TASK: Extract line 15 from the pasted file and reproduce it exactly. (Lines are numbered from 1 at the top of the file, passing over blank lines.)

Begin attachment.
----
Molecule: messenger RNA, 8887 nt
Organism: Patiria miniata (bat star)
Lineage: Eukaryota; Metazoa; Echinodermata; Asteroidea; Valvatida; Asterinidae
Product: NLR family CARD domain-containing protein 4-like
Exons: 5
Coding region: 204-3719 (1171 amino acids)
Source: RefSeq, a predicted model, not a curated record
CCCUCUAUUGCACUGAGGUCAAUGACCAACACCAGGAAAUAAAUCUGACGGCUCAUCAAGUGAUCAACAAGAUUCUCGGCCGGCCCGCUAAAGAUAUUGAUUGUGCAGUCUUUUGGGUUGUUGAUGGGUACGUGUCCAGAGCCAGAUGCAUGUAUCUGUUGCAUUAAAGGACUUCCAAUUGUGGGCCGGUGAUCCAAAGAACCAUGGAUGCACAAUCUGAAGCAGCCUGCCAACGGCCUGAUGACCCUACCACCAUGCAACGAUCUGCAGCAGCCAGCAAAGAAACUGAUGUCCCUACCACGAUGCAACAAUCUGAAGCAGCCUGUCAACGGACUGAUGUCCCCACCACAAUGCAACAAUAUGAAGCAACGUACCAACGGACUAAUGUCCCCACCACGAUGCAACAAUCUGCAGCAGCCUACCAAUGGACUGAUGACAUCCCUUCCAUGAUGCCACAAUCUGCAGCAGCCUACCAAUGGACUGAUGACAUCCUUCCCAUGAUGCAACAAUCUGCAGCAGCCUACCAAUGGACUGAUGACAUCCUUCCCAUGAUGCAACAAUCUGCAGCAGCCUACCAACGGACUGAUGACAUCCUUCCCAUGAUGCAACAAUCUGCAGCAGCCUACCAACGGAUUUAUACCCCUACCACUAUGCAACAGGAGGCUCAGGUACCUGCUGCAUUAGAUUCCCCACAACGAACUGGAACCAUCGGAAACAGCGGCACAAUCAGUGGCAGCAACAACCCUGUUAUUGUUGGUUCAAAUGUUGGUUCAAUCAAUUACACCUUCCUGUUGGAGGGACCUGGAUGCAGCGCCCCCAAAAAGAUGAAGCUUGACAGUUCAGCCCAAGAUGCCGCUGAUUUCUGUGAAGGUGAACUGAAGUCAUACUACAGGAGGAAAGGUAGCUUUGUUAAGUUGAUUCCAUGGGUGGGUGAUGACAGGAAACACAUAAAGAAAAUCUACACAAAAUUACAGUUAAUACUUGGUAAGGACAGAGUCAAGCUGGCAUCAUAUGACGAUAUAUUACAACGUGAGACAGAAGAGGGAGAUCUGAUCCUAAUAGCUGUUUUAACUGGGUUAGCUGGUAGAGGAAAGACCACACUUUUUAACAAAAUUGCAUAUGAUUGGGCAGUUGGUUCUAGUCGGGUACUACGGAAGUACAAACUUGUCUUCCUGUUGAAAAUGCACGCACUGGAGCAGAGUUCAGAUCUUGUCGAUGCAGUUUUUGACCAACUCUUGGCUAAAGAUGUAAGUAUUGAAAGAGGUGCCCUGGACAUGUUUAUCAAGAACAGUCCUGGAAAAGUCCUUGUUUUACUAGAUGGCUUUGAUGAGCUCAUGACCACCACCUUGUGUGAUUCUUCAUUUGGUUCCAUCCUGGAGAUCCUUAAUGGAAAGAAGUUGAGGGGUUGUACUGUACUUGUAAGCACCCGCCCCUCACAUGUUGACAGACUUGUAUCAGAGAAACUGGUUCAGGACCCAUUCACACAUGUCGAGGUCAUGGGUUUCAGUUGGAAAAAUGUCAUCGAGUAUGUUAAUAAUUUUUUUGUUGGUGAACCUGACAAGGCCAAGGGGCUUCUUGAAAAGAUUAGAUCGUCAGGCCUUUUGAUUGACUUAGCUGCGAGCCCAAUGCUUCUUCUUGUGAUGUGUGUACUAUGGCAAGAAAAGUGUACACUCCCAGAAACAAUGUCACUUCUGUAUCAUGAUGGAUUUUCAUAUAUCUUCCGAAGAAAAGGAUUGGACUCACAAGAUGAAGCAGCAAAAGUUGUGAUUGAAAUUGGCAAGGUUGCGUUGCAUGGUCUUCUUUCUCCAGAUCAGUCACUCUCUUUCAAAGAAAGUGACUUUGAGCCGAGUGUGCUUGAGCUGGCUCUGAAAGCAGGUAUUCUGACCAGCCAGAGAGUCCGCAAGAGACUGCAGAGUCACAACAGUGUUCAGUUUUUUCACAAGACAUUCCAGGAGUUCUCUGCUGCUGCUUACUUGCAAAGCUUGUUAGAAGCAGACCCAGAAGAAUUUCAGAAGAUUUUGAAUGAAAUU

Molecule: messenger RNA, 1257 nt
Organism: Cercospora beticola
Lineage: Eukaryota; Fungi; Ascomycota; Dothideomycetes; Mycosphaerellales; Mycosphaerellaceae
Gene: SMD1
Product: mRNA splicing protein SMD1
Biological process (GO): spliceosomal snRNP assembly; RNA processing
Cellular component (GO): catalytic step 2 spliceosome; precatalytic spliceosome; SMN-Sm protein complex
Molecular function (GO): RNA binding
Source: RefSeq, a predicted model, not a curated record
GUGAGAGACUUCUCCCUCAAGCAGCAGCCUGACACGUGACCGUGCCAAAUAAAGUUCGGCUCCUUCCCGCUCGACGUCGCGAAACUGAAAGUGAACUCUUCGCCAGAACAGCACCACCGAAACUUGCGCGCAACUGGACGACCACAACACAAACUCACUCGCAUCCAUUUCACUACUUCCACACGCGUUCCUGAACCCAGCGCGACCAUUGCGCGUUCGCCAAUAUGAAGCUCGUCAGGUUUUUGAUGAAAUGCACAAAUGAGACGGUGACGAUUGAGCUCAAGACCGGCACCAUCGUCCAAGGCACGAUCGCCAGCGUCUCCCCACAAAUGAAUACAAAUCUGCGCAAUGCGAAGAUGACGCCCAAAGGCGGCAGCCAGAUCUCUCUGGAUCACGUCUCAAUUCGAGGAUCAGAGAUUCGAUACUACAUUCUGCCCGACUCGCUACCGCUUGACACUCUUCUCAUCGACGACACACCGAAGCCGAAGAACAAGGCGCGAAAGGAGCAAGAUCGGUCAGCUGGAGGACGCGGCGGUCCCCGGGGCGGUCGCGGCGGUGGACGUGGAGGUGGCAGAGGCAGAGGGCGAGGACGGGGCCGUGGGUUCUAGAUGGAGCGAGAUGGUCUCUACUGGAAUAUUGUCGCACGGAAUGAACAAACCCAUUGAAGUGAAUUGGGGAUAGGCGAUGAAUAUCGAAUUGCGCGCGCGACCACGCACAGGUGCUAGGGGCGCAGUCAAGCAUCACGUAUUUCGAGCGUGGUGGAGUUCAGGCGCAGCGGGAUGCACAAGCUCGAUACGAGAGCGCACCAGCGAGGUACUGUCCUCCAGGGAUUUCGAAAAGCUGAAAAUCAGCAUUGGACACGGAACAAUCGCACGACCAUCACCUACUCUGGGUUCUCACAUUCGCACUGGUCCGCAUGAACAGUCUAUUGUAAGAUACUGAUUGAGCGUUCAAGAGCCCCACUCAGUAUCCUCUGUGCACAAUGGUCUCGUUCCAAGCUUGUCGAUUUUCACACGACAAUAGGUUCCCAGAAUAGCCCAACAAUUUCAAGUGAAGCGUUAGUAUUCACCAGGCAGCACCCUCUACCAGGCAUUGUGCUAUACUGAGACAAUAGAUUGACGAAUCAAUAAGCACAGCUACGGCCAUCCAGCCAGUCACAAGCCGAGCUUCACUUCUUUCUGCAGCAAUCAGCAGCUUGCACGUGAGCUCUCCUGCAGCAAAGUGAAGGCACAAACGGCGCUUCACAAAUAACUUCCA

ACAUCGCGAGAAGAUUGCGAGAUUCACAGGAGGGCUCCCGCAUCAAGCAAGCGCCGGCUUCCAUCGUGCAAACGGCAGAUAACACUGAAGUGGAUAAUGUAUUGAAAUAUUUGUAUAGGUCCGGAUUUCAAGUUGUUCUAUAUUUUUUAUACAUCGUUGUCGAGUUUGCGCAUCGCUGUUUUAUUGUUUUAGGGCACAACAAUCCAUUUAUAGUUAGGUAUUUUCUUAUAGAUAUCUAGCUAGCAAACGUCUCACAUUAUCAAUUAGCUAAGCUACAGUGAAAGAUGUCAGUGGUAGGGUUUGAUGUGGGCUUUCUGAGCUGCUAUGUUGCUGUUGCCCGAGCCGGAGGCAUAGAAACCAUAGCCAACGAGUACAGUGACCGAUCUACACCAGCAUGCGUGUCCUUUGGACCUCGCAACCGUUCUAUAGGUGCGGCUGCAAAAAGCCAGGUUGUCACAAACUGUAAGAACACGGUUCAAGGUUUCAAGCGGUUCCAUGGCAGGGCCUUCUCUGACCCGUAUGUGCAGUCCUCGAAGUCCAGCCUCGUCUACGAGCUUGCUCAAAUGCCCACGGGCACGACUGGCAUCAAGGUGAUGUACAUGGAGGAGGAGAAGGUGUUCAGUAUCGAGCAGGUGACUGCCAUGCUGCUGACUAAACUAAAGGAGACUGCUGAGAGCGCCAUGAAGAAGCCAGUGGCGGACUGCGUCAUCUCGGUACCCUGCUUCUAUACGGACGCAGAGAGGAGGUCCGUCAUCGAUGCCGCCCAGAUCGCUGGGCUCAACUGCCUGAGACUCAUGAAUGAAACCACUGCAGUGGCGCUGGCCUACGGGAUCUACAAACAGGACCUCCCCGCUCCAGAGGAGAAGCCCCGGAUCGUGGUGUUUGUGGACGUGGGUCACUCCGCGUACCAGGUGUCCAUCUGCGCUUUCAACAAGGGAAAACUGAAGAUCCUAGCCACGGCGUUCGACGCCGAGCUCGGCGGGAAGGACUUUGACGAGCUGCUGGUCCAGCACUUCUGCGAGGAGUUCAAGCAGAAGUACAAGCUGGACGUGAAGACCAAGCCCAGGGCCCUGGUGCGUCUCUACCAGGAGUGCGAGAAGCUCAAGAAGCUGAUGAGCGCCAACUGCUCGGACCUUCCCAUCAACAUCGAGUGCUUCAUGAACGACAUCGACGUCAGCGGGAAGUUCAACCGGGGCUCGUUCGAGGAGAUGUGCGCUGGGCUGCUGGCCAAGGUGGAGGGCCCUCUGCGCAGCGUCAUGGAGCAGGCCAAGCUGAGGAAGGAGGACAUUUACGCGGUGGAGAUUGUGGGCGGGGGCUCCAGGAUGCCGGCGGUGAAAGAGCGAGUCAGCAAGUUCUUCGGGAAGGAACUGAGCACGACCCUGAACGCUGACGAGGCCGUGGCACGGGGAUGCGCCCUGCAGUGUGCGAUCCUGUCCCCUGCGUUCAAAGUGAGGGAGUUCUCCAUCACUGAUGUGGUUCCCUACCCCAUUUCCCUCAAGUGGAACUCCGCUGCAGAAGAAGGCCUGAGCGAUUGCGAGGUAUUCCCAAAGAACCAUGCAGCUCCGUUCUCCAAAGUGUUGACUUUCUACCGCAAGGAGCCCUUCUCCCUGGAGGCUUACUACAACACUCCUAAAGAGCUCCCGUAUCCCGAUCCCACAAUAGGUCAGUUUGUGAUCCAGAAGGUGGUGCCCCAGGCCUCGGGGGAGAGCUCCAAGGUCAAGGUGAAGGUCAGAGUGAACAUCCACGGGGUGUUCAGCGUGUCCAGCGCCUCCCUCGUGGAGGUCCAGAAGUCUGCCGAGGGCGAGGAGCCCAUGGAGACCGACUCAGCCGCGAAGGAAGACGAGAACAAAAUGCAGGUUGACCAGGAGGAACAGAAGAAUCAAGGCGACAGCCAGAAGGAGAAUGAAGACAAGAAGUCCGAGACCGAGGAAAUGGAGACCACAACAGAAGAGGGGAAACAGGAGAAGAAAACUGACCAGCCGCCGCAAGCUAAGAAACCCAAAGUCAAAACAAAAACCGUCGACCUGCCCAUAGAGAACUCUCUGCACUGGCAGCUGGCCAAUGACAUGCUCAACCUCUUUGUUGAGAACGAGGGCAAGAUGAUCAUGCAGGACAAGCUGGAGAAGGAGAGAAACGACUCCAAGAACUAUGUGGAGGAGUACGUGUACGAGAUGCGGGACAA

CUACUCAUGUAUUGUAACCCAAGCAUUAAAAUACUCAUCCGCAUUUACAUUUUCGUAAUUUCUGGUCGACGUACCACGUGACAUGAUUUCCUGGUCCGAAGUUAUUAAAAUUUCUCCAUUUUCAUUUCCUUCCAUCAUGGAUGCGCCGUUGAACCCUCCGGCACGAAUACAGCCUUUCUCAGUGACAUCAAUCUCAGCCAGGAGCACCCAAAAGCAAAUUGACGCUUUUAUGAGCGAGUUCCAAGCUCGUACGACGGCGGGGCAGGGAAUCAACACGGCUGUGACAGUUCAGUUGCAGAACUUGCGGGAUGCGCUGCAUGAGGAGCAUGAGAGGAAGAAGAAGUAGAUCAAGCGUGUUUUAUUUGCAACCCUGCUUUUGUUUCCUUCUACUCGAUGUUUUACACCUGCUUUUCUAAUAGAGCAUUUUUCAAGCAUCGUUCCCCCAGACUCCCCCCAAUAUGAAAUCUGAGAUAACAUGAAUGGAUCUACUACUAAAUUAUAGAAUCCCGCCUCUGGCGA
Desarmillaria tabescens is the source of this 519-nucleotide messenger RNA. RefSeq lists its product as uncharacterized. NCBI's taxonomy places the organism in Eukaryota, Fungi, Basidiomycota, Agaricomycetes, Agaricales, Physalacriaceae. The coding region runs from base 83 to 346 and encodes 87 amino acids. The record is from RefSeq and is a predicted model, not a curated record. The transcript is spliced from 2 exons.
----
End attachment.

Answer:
Cellular component (GO): catalytic step 2 spliceosome; precatalytic spliceosome; SMN-Sm protein complex